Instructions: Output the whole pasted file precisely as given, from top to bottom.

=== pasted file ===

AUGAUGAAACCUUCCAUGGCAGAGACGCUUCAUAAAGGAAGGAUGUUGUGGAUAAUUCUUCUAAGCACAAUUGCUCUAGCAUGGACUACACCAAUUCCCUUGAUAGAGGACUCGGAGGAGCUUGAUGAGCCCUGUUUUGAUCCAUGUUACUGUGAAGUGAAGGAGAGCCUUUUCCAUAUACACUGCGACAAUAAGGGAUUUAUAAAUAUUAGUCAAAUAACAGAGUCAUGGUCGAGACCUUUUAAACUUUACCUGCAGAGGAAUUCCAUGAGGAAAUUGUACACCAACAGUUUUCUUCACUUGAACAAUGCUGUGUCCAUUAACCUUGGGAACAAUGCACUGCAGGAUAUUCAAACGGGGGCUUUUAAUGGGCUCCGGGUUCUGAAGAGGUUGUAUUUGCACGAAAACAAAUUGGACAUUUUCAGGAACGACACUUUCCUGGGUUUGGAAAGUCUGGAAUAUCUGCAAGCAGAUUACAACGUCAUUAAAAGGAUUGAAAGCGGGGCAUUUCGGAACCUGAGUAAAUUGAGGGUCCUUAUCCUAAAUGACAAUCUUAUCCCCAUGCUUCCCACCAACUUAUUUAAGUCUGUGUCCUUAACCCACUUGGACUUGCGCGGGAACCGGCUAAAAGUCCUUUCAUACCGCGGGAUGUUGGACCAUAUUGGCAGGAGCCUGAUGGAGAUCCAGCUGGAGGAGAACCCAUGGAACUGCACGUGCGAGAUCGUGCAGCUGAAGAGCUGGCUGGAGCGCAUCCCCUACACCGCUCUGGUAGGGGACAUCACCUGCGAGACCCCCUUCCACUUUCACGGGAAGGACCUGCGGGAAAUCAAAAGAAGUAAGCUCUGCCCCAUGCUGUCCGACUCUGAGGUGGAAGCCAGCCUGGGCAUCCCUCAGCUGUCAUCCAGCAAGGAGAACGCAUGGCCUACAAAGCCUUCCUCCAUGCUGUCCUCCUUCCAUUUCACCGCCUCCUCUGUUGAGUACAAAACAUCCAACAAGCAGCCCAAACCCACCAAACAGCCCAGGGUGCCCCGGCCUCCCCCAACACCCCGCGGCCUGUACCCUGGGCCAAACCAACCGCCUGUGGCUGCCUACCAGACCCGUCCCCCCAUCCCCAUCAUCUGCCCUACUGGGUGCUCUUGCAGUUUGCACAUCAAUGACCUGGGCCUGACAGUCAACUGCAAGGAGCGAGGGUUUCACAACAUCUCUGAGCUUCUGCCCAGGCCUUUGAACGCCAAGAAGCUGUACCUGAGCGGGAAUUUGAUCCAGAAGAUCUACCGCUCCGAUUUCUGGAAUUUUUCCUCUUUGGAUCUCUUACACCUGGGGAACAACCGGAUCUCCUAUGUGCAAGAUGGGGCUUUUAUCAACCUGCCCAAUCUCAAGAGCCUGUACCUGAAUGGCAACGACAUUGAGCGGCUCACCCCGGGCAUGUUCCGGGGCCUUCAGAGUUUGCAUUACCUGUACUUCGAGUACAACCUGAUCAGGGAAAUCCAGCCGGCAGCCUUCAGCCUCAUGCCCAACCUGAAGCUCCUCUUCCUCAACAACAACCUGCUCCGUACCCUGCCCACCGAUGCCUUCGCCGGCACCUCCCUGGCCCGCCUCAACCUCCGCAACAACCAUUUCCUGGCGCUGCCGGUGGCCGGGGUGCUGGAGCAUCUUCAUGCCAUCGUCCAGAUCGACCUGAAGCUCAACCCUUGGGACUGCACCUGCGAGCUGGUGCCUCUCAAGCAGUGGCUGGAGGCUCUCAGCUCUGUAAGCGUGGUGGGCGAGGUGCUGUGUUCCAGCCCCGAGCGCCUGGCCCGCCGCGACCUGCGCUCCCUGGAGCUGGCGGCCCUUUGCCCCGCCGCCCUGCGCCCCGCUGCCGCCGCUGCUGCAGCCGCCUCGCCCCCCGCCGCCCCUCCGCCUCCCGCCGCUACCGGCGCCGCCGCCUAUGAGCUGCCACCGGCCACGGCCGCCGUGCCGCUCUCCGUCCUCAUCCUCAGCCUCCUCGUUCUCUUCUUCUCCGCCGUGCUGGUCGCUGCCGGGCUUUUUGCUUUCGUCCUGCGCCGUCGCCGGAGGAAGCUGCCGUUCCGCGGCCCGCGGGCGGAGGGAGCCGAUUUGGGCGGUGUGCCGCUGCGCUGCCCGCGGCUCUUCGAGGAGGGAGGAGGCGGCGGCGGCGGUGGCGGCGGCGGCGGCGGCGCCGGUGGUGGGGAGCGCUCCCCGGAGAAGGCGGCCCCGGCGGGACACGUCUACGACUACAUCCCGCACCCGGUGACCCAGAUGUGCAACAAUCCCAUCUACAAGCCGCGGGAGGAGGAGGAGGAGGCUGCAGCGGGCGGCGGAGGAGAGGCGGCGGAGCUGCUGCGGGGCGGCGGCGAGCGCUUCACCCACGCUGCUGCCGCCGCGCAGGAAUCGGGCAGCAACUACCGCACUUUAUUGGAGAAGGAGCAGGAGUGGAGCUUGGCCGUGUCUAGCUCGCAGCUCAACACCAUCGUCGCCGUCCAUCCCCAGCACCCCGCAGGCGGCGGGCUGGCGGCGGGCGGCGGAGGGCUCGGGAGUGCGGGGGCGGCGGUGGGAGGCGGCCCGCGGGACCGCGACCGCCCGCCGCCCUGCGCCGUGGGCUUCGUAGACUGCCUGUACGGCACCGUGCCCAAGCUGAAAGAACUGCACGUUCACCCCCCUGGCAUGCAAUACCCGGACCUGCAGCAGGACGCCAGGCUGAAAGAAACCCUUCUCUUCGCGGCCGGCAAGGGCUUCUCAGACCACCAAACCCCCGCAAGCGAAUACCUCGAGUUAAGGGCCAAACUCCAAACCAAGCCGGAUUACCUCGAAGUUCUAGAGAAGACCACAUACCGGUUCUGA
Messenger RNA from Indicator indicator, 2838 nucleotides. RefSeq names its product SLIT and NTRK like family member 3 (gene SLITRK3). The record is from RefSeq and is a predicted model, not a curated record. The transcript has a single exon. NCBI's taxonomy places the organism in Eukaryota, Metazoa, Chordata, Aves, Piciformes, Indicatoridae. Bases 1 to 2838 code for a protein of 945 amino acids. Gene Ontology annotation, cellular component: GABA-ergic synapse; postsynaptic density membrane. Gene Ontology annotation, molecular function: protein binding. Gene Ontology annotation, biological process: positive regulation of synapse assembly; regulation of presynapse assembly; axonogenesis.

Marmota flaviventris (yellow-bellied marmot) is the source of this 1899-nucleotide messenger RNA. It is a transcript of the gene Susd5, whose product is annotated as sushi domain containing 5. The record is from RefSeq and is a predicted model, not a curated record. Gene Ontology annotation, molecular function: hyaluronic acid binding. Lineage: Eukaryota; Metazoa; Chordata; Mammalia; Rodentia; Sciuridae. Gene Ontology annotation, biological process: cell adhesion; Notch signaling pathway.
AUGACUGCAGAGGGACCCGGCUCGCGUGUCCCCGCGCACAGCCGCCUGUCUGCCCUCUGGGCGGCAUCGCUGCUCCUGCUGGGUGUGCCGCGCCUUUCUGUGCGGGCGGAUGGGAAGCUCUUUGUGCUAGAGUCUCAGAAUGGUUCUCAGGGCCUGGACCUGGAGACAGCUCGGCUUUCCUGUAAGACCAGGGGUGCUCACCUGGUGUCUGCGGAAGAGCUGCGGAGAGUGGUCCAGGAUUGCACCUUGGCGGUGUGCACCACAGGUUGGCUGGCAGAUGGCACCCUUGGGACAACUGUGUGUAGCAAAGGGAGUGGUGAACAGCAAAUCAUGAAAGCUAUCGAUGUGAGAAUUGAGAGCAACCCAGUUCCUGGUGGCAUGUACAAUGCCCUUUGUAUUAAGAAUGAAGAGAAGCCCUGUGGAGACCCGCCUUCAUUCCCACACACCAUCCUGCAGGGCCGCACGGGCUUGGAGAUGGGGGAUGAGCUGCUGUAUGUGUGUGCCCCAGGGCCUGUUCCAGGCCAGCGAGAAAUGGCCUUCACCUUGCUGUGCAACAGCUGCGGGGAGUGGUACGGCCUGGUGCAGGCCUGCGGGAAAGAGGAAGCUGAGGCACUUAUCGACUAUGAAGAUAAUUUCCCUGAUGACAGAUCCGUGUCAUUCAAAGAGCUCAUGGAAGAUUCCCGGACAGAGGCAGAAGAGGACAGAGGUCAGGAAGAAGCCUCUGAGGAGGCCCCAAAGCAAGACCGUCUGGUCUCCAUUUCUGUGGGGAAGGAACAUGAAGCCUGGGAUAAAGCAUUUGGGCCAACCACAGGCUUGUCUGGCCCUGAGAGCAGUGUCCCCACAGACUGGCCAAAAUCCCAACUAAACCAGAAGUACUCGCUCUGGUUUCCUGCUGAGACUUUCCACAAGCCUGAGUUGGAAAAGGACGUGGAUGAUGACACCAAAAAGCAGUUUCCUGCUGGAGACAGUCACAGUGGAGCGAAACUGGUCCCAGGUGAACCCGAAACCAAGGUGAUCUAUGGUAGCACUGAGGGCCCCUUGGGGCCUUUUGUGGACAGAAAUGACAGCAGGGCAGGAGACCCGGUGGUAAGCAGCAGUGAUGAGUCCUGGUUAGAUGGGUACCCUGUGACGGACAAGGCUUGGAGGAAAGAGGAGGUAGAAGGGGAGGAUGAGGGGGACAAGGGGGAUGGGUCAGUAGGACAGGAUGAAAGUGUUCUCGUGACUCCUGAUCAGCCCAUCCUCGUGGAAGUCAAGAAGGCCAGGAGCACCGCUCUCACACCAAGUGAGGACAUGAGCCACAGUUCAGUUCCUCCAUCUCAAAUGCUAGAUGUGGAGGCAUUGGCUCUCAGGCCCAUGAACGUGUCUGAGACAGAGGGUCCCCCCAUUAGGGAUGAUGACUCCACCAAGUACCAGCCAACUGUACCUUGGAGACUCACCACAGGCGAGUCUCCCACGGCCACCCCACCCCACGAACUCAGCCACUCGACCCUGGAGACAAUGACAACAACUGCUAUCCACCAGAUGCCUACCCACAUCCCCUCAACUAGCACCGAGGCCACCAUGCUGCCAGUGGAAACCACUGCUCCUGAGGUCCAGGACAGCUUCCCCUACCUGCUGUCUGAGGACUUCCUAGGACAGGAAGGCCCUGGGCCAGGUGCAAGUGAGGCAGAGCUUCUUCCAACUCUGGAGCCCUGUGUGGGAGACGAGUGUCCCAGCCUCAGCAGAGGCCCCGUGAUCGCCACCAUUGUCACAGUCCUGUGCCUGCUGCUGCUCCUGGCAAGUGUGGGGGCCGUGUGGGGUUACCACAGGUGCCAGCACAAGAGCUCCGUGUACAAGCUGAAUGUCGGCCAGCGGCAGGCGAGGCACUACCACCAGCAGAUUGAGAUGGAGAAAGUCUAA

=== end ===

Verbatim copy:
AUGAUGAAACCUUCCAUGGCAGAGACGCUUCAUAAAGGAAGGAUGUUGUGGAUAAUUCUUCUAAGCACAAUUGCUCUAGCAUGGACUACACCAAUUCCCUUGAUAGAGGACUCGGAGGAGCUUGAUGAGCCCUGUUUUGAUCCAUGUUACUGUGAAGUGAAGGAGAGCCUUUUCCAUAUACACUGCGACAAUAAGGGAUUUAUAAAUAUUAGUCAAAUAACAGAGUCAUGGUCGAGACCUUUUAAACUUUACCUGCAGAGGAAUUCCAUGAGGAAAUUGUACACCAACAGUUUUCUUCACUUGAACAAUGCUGUGUCCAUUAACCUUGGGAACAAUGCACUGCAGGAUAUUCAAACGGGGGCUUUUAAUGGGCUCCGGGUUCUGAAGAGGUUGUAUUUGCACGAAAACAAAUUGGACAUUUUCAGGAACGACACUUUCCUGGGUUUGGAAAGUCUGGAAUAUCUGCAAGCAGAUUACAACGUCAUUAAAAGGAUUGAAAGCGGGGCAUUUCGGAACCUGAGUAAAUUGAGGGUCCUUAUCCUAAAUGACAAUCUUAUCCCCAUGCUUCCCACCAACUUAUUUAAGUCUGUGUCCUUAACCCACUUGGACUUGCGCGGGAACCGGCUAAAAGUCCUUUCAUACCGCGGGAUGUUGGACCAUAUUGGCAGGAGCCUGAUGGAGAUCCAGCUGGAGGAGAACCCAUGGAACUGCACGUGCGAGAUCGUGCAGCUGAAGAGCUGGCUGGAGCGCAUCCCCUACACCGCUCUGGUAGGGGACAUCACCUGCGAGACCCCCUUCCACUUUCACGGGAAGGACCUGCGGGAAAUCAAAAGAAGUAAGCUCUGCCCCAUGCUGUCCGACUCUGAGGUGGAAGCCAGCCUGGGCAUCCCUCAGCUGUCAUCCAGCAAGGAGAACGCAUGGCCUACAAAGCCUUCCUCCAUGCUGUCCUCCUUCCAUUUCACCGCCUCCUCUGUUGAGUACAAAACAUCCAACAAGCAGCCCAAACCCACCAAACAGCCCAGGGUGCCCCGGCCUCCCCCAACACCCCGCGGCCUGUACCCUGGGCCAAACCAACCGCCUGUGGCUGCCUACCAGACCCGUCCCCCCAUCCCCAUCAUCUGCCCUACUGGGUGCUCUUGCAGUUUGCACAUCAAUGACCUGGGCCUGACAGUCAACUGCAAGGAGCGAGGGUUUCACAACAUCUCUGAGCUUCUGCCCAGGCCUUUGAACGCCAAGAAGCUGUACCUGAGCGGGAAUUUGAUCCAGAAGAUCUACCGCUCCGAUUUCUGGAAUUUUUCCUCUUUGGAUCUCUUACACCUGGGGAACAACCGGAUCUCCUAUGUGCAAGAUGGGGCUUUUAUCAACCUGCCCAAUCUCAAGAGCCUGUACCUGAAUGGCAACGACAUUGAGCGGCUCACCCCGGGCAUGUUCCGGGGCCUUCAGAGUUUGCAUUACCUGUACUUCGAGUACAACCUGAUCAGGGAAAUCCAGCCGGCAGCCUUCAGCCUCAUGCCCAACCUGAAGCUCCUCUUCCUCAACAACAACCUGCUCCGUACCCUGCCCACCGAUGCCUUCGCCGGCACCUCCCUGGCCCGCCUCAACCUCCGCAACAACCAUUUCCUGGCGCUGCCGGUGGCCGGGGUGCUGGAGCAUCUUCAUGCCAUCGUCCAGAUCGACCUGAAGCUCAACCCUUGGGACUGCACCUGCGAGCUGGUGCCUCUCAAGCAGUGGCUGGAGGCUCUCAGCUCUGUAAGCGUGGUGGGCGAGGUGCUGUGUUCCAGCCCCGAGCGCCUGGCCCGCCGCGACCUGCGCUCCCUGGAGCUGGCGGCCCUUUGCCCCGCCGCCCUGCGCCCCGCUGCCGCCGCUGCUGCAGCCGCCUCGCCCCCCGCCGCCCCUCCGCCUCCCGCCGCUACCGGCGCCGCCGCCUAUGAGCUGCCACCGGCCACGGCCGCCGUGCCGCUCUCCGUCCUCAUCCUCAGCCUCCUCGUUCUCUUCUUCUCCGCCGUGCUGGUCGCUGCCGGGCUUUUUGCUUUCGUCCUGCGCCGUCGCCGGAGGAAGCUGCCGUUCCGCGGCCCGCGGGCGGAGGGAGCCGAUUUGGGCGGUGUGCCGCUGCGCUGCCCGCGGCUCUUCGAGGAGGGAGGAGGCGGCGGCGGCGGUGGCGGCGGCGGCGGCGGCGCCGGUGGUGGGGAGCGCUCCCCGGAGAAGGCGGCCCCGGCGGGACACGUCUACGACUACAUCCCGCACCCGGUGACCCAGAUGUGCAACAAUCCCAUCUACAAGCCGCGGGAGGAGGAGGAGGAGGCUGCAGCGGGCGGCGGAGGAGAGGCGGCGGAGCUGCUGCGGGGCGGCGGCGAGCGCUUCACCCACGCUGCUGCCGCCGCGCAGGAAUCGGGCAGCAACUACCGCACUUUAUUGGAGAAGGAGCAGGAGUGGAGCUUGGCCGUGUCUAGCUCGCAGCUCAACACCAUCGUCGCCGUCCAUCCCCAGCACCCCGCAGGCGGCGGGCUGGCGGCGGGCGGCGGAGGGCUCGGGAGUGCGGGGGCGGCGGUGGGAGGCGGCCCGCGGGACCGCGACCGCCCGCCGCCCUGCGCCGUGGGCUUCGUAGACUGCCUGUACGGCACCGUGCCCAAGCUGAAAGAACUGCACGUUCACCCCCCUGGCAUGCAAUACCCGGACCUGCAGCAGGACGCCAGGCUGAAAGAAACCCUUCUCUUCGCGGCCGGCAAGGGCUUCUCAGACCACCAAACCCCCGCAAGCGAAUACCUCGAGUUAAGGGCCAAACUCCAAACCAAGCCGGAUUACCUCGAAGUUCUAGAGAAGACCACAUACCGGUUCUGA
Messenger RNA from Indicator indicator, 2838 nucleotides. RefSeq names its product SLIT and NTRK like family member 3 (gene SLITRK3). The record is from RefSeq and is a predicted model, not a curated record. The transcript has a single exon. NCBI's taxonomy places the organism in Eukaryota, Metazoa, Chordata, Aves, Piciformes, Indicatoridae. Bases 1 to 2838 code for a protein of 945 amino acids. Gene Ontology annotation, cellular component: GABA-ergic synapse; postsynaptic density membrane. Gene Ontology annotation, molecular function: protein binding. Gene Ontology annotation, biological process: positive regulation of synapse assembly; regulation of presynapse assembly; axonogenesis.

Marmota flaviventris (yellow-bellied marmot) is the source of this 1899-nucleotide messenger RNA. It is a transcript of the gene Susd5, whose product is annotated as sushi domain containing 5. The record is from RefSeq and is a predicted model, not a curated record. Gene Ontology annotation, molecular function: hyaluronic acid binding. Lineage: Eukaryota; Metazoa; Chordata; Mammalia; Rodentia; Sciuridae. Gene Ontology annotation, biological process: cell adhesion; Notch signaling pathway.
AUGACUGCAGAGGGACCCGGCUCGCGUGUCCCCGCGCACAGCCGCCUGUCUGCCCUCUGGGCGGCAUCGCUGCUCCUGCUGGGUGUGCCGCGCCUUUCUGUGCGGGCGGAUGGGAAGCUCUUUGUGCUAGAGUCUCAGAAUGGUUCUCAGGGCCUGGACCUGGAGACAGCUCGGCUUUCCUGUAAGACCAGGGGUGCUCACCUGGUGUCUGCGGAAGAGCUGCGGAGAGUGGUCCAGGAUUGCACCUUGGCGGUGUGCACCACAGGUUGGCUGGCAGAUGGCACCCUUGGGACAACUGUGUGUAGCAAAGGGAGUGGUGAACAGCAAAUCAUGAAAGCUAUCGAUGUGAGAAUUGAGAGCAACCCAGUUCCUGGUGGCAUGUACAAUGCCCUUUGUAUUAAGAAUGAAGAGAAGCCCUGUGGAGACCCGCCUUCAUUCCCACACACCAUCCUGCAGGGCCGCACGGGCUUGGAGAUGGGGGAUGAGCUGCUGUAUGUGUGUGCCCCAGGGCCUGUUCCAGGCCAGCGAGAAAUGGCCUUCACCUUGCUGUGCAACAGCUGCGGGGAGUGGUACGGCCUGGUGCAGGCCUGCGGGAAAGAGGAAGCUGAGGCACUUAUCGACUAUGAAGAUAAUUUCCCUGAUGACAGAUCCGUGUCAUUCAAAGAGCUCAUGGAAGAUUCCCGGACAGAGGCAGAAGAGGACAGAGGUCAGGAAGAAGCCUCUGAGGAGGCCCCAAAGCAAGACCGUCUGGUCUCCAUUUCUGUGGGGAAGGAACAUGAAGCCUGGGAUAAAGCAUUUGGGCCAACCACAGGCUUGUCUGGCCCUGAGAGCAGUGUCCCCACAGACUGGCCAAAAUCCCAACUAAACCAGAAGUACUCGCUCUGGUUUCCUGCUGAGACUUUCCACAAGCCUGAGUUGGAAAAGGACGUGGAUGAUGACACCAAAAAGCAGUUUCCUGCUGGAGACAGUCACAGUGGAGCGAAACUGGUCCCAGGUGAACCCGAAACCAAGGUGAUCUAUGGUAGCACUGAGGGCCCCUUGGGGCCUUUUGUGGACAGAAAUGACAGCAGGGCAGGAGACCCGGUGGUAAGCAGCAGUGAUGAGUCCUGGUUAGAUGGGUACCCUGUGACGGACAAGGCUUGGAGGAAAGAGGAGGUAGAAGGGGAGGAUGAGGGGGACAAGGGGGAUGGGUCAGUAGGACAGGAUGAAAGUGUUCUCGUGACUCCUGAUCAGCCCAUCCUCGUGGAAGUCAAGAAGGCCAGGAGCACCGCUCUCACACCAAGUGAGGACAUGAGCCACAGUUCAGUUCCUCCAUCUCAAAUGCUAGAUGUGGAGGCAUUGGCUCUCAGGCCCAUGAACGUGUCUGAGACAGAGGGUCCCCCCAUUAGGGAUGAUGACUCCACCAAGUACCAGCCAACUGUACCUUGGAGACUCACCACAGGCGAGUCUCCCACGGCCACCCCACCCCACGAACUCAGCCACUCGACCCUGGAGACAAUGACAACAACUGCUAUCCACCAGAUGCCUACCCACAUCCCCUCAACUAGCACCGAGGCCACCAUGCUGCCAGUGGAAACCACUGCUCCUGAGGUCCAGGACAGCUUCCCCUACCUGCUGUCUGAGGACUUCCUAGGACAGGAAGGCCCUGGGCCAGGUGCAAGUGAGGCAGAGCUUCUUCCAACUCUGGAGCCCUGUGUGGGAGACGAGUGUCCCAGCCUCAGCAGAGGCCCCGUGAUCGCCACCAUUGUCACAGUCCUGUGCCUGCUGCUGCUCCUGGCAAGUGUGGGGGCCGUGUGGGGUUACCACAGGUGCCAGCACAAGAGCUCCGUGUACAAGCUGAAUGUCGGCCAGCGGCAGGCGAGGCACUACCACCAGCAGAUUGAGAUGGAGAAAGUCUAA